Working on our goals can be hard, but not always. Sometimes things just seem to come together and the actions we take support the outcomes we want in a very positive way. We know that if we keep going, we’re going to reach the point where we’ll experience success and see our goals manifest. But the reality is that this linear route to success is rare and instead most of us walk a winding road towards the achievement of our goals.
So just how does that work for the rest of us?
Do you ever feel the frustration of working so hard on your goals, but the results are slow in arriving? Or, maybe you’ve made some good progress but then you stall and your progress backslides?
The exasperating reality for most of us is an experience of fragmented progress towards our goals. We make a little progress here and lose interest there. Starting out with lots of enthusiasm, knocking off the tasks that are easy to identify and easy to do we feel a sense of satisfaction. Next we move on to the things that we know we should do, but they’re somewhat harder to put into action and we begin to dither a little. But, nevertheless, with determination, we push through and keep doing the things we know we should be doing.
But then, something unravels. Even though we’re taking action on the things that should help us along the path to success, our outputs slow or stop. In some cases we actually lose ground and are frustrated or even dumbfounded that this has happened and we start questioning our abilities.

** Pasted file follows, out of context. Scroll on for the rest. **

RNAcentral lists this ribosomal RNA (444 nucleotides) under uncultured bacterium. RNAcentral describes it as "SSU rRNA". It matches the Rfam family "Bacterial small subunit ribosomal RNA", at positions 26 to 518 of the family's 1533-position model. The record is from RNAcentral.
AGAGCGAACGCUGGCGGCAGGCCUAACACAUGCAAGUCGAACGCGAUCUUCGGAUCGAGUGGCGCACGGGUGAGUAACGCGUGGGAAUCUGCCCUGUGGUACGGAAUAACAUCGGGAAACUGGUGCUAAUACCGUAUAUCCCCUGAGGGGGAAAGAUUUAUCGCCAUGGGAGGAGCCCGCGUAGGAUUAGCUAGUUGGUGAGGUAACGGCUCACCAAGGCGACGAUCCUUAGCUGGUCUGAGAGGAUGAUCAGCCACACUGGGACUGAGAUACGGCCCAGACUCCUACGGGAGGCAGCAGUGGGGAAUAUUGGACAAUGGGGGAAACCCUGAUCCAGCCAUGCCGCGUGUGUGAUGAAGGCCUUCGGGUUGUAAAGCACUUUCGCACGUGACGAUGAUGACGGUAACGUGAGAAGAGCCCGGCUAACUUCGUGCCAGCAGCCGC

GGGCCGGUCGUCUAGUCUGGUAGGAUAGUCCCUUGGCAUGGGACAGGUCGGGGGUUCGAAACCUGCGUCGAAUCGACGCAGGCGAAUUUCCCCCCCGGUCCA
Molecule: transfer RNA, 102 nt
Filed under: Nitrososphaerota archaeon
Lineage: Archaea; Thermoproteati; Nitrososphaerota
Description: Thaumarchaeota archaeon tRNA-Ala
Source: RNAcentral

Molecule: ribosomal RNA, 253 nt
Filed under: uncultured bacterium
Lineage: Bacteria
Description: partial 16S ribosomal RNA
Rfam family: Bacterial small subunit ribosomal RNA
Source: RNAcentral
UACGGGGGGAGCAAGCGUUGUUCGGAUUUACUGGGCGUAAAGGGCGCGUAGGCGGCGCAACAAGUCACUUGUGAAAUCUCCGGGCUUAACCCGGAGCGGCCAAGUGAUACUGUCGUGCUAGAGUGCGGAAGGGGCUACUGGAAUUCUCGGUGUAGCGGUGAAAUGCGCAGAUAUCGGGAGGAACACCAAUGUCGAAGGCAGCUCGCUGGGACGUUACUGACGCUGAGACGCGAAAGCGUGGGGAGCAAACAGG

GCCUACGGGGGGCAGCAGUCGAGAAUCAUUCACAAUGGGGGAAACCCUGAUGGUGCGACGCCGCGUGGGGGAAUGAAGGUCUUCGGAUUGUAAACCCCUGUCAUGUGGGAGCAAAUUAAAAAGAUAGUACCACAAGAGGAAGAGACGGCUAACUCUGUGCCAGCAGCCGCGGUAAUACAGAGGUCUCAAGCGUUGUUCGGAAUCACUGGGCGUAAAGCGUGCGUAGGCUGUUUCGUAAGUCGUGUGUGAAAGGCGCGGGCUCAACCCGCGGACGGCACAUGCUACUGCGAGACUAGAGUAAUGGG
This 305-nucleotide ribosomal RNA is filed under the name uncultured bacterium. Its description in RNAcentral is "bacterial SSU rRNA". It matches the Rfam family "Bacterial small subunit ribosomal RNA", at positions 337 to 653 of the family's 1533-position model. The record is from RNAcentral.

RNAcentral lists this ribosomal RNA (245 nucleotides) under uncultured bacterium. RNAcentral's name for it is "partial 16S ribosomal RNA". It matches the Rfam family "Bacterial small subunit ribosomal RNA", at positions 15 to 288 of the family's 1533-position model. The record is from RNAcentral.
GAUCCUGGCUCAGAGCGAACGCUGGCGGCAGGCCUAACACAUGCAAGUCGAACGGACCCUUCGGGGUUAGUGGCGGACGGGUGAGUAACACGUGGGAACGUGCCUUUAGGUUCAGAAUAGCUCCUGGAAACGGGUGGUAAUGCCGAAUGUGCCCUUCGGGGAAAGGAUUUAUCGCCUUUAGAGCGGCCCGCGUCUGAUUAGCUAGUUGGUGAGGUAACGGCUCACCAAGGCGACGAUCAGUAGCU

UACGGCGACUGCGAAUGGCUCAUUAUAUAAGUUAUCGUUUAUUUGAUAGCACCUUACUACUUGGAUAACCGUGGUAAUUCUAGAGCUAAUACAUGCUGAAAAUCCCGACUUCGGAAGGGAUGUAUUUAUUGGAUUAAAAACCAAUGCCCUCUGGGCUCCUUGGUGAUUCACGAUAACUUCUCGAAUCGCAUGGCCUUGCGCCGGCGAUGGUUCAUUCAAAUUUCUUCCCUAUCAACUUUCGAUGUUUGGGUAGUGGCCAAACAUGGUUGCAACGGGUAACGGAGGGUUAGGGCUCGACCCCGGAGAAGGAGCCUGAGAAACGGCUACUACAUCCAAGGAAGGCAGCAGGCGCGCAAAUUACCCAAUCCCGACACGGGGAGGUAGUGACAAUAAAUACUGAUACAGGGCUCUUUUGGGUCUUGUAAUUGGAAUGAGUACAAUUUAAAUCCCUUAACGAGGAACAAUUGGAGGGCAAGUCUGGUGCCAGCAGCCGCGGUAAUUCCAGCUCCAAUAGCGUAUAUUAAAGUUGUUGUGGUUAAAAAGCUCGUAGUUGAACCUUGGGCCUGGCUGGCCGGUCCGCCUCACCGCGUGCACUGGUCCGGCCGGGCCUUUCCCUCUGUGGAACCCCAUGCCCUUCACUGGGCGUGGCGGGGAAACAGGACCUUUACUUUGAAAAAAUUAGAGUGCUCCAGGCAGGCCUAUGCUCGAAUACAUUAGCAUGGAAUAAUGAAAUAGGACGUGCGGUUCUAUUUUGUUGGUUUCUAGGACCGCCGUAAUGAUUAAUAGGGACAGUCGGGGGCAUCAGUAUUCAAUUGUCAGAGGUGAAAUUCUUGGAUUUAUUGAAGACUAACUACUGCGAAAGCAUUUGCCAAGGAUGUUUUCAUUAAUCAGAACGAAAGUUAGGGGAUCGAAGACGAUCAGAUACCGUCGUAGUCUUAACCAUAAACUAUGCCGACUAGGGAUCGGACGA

What’s the Point?
We wonder where we went wrong, should we give up and even think ‘well what’s the point?’
This can be a difficult place to find ourselves. Do we keep going or do we give up?
This is where we need to take stock and measure our progress against our planned goal. Have we genuinely reached a point where there’s no sense continuing or should we keep going?
Albert Einstein maintained that…
Failure is success in progress.
It’s an interesting, if vexing concept. None of us want to experience failure, yet, without failures it’s hard to conceive how we can make meaningful progress. He also maintained that the definition of insanity is doing the same thing over and over and expecting a different result, and yet, many of us are guilty of this behaviour. I know I am!
For a number of years I thought if only I could earn more money, I could have the lifestyle I desired. This belief kept me locked in a perpetual cycle of believing that it was a lack of money that drove my less-than-desired lifestyle. I seemed to be completely oblivious to the fact that I first needed to know where my money was going before I could substantiate that I didn’t have enough of it! For a qualified accountant, this is quite a glaring oversight!
Needless to say, over time and with much frustration I finally succumbed to the idea that having a budget wasn’t something reserved for corporations and businesses and in fact, could be quite useful for my personal finances! I still have mishaps. Those days when I get a bit blasé, lazy, apathetic or even arrogant about ‘ME’ needing to observe my budget. When that happens, I find myself right back in the ‘old days’ of wondering why the money isn’t stretching to the end of the month. A classic case of self-sabotage and the epitome of my money demons.
So why do we self-sabotage?
Sometimes we just put too much pressure on ourselves and often this results in us sabotaging our efforts because we just can’t face the mountain of work we’ve created for ourselves.